Tommy Sissons’s poems ‘English Channel’ and ‘Suedehead’ appeared in The Poetry Review, Vol 110, No 3, Autumn 2020.
Sound has always been a crucial component of poetry for me. Before I turned my hand to poetry on the page, my work was largely written for performance – from free-verse rushes of everyday impressions to monologic battle cries. Continually, I find myself only satisfied that I have comprehended all that a poem has to offer once it has been communicated to me aurally or I have read it aloud myself. This appreciation for the dynamic and fluid rhythm of language, therefore, influences the inclusion of many poems in the following mixtape.
I have treated this compilation as a sort of ‘Desert Island Discs’ for instances in which you may find yourself stranded in Wigan Pier, in torrential rain, with a lukewarm cuppa and three hours until the Megabus home.
1. John Cooper Clarke – ‘Evidently Chickentown’
I came across Cooper Clarke when I was perhaps ten. I was in assembly at primary school, bellowing satirical lyrics I’d written about my local Co-Op. In response to this, my teacher showed me ‘Evidently Chickentown’. Cooper Clarke’s breakneck speed, northern drawl and ceaseless cursing demonstrated to me, for the first time, that the familiar working-class dialects of my family and community could exist within verse. ‘Evidently Chickentown’ played an instrumental role in my poetic self-education.
The fucking clubs are fucking full
of fucking girls and fucking guys
with fucking murder in their eyes.
Fucking bloke gets fucking stabbed
waiting for a fucking kebab
2. Tony Harrison – ‘V’
A shift in tone to Harrison’s elegiac long poem. Written during the 1984–85 miners’ strike, ‘V’ perfectly captures the brutal conflicts ingrained in British culture, be it the antithesis of communism and fascism or of football team and football team. A particularly poignant passage describes how the speaker discovers that a drunk football fan has spray-painted “UNITED” on his parents’ gravestone. Whilst the vandal is referencing Leeds United, the ironic significance of the word additionally symbolising unity between the deceased parents provides a moment of strange and guttural beauty.
If buried ashes saw then I’d survey
the places I learned Latin, and learned Greek,
and left, the ground where Leeds United play
but disappoint their fans week after week
3. A.K. Blakemore – ‘father’s last escape’
I have only recently come across the work of A.K. Blakemore. This particular poem first piqued my interest, due to the consistent probing of notions of fatherhood within my own work. Blakemore’s handling of her patriarch subject in ‘father’s last escape’ is both unique and intriguing.
he first reappeared as an insect. arriving home, we opened the box, with its punched-in air holes,
and there he was, very green and flat as a tapeworm
5. Linton Kwesi Johnson – ‘Inglan is a Bitch’
When I first came to London, I worked a slew of low-paid catering, bar and hotel jobs. I used to listen to Johnson’s ‘Inglan is a Bitch’ before almost every shift. This piece of dub poetry authoritatively encapsulates the landscape of menial work in the capital and lays bare the monotonous trials and tribulations of the low-paid employee.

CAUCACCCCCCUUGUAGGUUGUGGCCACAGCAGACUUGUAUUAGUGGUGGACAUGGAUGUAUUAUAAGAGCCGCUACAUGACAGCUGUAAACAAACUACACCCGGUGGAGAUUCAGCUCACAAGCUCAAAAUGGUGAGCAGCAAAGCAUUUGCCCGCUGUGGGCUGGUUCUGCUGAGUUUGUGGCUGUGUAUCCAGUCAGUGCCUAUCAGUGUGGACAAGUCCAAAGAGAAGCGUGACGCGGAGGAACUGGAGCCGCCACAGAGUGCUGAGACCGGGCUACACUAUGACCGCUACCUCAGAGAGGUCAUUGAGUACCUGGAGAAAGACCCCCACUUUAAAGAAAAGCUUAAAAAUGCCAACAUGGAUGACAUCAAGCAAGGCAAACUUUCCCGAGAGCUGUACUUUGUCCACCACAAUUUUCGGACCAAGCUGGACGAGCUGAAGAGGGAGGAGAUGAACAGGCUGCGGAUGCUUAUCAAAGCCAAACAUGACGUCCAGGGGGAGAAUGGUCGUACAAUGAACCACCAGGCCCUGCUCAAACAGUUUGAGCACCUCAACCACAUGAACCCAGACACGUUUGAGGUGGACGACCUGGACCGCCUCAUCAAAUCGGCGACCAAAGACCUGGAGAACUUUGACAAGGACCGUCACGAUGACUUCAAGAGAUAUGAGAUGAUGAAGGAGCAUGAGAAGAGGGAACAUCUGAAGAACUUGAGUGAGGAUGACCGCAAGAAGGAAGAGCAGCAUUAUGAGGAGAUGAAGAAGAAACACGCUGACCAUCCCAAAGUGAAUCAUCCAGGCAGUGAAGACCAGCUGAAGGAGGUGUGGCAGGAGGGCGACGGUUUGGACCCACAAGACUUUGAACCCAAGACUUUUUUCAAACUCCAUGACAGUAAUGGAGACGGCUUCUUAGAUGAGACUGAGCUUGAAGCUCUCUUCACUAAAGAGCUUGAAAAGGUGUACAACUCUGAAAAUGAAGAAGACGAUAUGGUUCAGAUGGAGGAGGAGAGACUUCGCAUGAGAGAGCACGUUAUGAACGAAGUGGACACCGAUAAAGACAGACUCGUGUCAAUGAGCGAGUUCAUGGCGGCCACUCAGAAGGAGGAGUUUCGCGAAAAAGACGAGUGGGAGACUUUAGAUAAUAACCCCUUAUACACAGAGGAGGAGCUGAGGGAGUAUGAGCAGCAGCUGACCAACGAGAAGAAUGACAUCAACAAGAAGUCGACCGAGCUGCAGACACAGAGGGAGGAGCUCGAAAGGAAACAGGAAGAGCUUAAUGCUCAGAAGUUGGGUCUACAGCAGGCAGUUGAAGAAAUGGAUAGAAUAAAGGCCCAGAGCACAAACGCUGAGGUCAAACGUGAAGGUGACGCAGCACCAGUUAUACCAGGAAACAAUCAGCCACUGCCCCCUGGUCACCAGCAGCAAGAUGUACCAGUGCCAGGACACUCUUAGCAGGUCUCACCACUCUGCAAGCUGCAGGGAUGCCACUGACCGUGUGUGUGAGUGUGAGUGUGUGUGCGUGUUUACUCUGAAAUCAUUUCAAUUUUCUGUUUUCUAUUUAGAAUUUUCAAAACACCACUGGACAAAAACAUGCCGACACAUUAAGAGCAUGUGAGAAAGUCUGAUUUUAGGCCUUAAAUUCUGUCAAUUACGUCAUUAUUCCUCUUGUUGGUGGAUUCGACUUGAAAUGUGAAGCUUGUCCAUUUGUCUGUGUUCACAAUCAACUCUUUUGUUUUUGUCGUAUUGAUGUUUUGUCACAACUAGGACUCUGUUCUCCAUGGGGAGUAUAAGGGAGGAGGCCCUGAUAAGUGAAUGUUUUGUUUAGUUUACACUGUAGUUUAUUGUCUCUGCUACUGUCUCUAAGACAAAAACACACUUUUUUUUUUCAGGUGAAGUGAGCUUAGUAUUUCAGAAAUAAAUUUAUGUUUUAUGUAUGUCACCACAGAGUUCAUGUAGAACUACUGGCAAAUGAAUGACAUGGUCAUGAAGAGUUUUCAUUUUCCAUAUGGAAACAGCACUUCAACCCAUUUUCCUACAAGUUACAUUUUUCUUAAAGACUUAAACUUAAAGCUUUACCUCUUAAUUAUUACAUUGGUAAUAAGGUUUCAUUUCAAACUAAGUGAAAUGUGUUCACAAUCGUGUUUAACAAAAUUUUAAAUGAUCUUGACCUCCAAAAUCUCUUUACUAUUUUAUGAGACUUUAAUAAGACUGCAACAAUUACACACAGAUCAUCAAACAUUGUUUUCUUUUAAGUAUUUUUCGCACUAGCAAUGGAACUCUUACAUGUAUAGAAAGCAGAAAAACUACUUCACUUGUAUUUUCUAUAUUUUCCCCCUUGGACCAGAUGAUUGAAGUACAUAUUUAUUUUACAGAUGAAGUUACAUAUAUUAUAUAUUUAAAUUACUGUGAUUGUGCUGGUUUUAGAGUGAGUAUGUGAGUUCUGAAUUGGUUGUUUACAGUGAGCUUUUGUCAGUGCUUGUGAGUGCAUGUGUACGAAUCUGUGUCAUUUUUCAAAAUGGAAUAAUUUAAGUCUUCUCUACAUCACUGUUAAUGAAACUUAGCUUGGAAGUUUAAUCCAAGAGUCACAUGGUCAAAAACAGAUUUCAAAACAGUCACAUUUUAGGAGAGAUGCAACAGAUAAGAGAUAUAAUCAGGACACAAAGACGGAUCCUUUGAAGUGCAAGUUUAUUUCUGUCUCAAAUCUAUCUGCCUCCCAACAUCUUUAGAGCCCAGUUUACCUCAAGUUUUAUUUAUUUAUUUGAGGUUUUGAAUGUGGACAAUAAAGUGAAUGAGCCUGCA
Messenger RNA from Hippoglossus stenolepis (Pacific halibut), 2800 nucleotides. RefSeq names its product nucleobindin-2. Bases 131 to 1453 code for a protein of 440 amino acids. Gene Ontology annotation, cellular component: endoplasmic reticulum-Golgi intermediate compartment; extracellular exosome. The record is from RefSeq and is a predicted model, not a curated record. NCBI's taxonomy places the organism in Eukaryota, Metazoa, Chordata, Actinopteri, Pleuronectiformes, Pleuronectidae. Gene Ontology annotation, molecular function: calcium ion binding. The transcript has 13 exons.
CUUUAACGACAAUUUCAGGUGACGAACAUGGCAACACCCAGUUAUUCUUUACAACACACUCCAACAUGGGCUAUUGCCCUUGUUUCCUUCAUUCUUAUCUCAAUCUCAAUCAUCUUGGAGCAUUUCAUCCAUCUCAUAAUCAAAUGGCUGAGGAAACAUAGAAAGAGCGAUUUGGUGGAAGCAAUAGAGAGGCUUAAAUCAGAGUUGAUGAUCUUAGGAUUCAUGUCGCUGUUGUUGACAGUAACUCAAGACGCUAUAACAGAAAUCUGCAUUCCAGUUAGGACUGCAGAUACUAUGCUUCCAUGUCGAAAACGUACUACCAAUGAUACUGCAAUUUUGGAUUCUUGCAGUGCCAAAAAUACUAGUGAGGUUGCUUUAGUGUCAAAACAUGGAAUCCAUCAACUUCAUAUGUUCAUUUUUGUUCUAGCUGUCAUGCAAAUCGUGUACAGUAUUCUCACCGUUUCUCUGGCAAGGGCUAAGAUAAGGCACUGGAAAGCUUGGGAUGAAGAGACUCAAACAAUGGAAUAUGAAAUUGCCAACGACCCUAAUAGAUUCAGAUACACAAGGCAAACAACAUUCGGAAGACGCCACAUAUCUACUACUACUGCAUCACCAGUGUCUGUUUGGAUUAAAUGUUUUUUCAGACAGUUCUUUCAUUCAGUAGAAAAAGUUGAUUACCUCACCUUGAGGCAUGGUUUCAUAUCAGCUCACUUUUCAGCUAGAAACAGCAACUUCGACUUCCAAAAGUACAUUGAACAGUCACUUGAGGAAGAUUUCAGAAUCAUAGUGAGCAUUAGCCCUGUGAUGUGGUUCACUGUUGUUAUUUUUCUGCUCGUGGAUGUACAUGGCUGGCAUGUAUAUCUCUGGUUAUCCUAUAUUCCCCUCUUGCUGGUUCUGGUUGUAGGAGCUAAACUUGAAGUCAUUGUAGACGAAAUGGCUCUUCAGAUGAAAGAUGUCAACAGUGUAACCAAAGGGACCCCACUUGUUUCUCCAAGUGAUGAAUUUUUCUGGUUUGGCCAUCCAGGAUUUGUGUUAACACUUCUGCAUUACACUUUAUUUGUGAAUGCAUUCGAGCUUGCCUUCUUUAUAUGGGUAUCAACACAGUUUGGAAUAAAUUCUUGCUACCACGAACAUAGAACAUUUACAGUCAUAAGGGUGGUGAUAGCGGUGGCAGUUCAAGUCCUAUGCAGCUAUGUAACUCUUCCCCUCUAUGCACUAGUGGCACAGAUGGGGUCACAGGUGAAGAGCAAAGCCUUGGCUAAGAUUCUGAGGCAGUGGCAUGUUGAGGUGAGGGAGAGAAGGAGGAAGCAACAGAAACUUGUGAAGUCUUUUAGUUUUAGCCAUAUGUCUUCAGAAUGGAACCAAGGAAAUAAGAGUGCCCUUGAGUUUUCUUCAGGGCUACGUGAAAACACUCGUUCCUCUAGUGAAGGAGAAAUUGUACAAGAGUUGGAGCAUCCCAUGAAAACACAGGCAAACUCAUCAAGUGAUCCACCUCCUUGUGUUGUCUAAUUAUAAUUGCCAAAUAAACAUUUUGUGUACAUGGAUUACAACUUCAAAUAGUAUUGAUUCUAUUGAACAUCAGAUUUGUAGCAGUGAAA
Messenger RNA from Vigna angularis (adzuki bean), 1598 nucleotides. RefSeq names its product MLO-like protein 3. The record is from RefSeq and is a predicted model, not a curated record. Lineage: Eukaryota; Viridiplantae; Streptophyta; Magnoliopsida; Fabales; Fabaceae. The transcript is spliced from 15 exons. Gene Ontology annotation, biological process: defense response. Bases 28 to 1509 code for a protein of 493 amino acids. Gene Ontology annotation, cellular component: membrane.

6. Bobby Parker – ‘King of Eggs’
Bobby is, without doubt, one of my favourite contemporary British poets. He writes the sort of verse I am most passionate about and of which there needs to be more penned – unerringly honest depictions of working-class existence. His storytelling prowess is demonstrated masterfully within his haunting poem, ‘King of Eggs’.
7. Roger McGough – ‘Let Me Die A Youngman’s Death’
A change of tone to this playful yet bittersweet poem by one of the key figures of the 1960s Liverpool scene, Roger McGough. The Mersey Sound anthology by the Liverpool Poets remains one of my most favoured poetry books to this day. It is laced with the charm and straight-talking approach to life typical of the north. It is poetry that can be enjoyed by everyone.
This particular poem by McGough was one of my childhood favourites. I return to it time and time again for its embodiment of the ‘live fast, die young’ attitude, its good-humoured fantasies and its presentation of the curious hedonism of a ‘cool’ demise.
Or when I’m 91
with silver hair
& sitting in a barber’s chair
may rival gangsters
with hamfisted tommyguns burst in
& give me a short back and insides
8. Fran Lock – Epistle from Inside the Sharknado
Fran Lock’s command of language is spectacular. Her work is meticulous and unapologetic. ‘Epistle from Inside the Sharknado’, is a no-holes-barred attack upon those responsible for the climate emergency, equally as surreal as it is sinister.
And you might stand on your lawn in your shorts,
running a scream up a flagpole; sniffing catastrophe’s
rank surfeit on the bilious air. You might, for all I
9. William Blake – The Tyger
A poem which needs no introduction. I always find it exceedingly difficult to select a favourite Blake poem. Whilst on many other days it is ‘London’, today ‘The Tyger’ has made it to the top of my list. Patti Smith’s rendition of it at the Wadsworth Atheneum is particularly worth watching.
10. Seamus Heaney – Digging
A poem of promise to end my mixtape. I was first introduced to ‘Digging’ as an A-Level English text at my sixth-form college. Its depiction of the inheritance passed on from men to boys instantly resonated with me, reminding me of my relationship with my late grandad. ‘Digging’, for me, reasserted what my grandad had always told me – that all children require “roots and wings”. During my time at sixth-form, I was starting to perform my own poetry in slams, and I would read this poem to myself often before leaving home for these spoken word events. Its assertion of the power of poetry never loses its impact.
Between my finger and my thumb
The squat pen rests.
I’ll dig with it.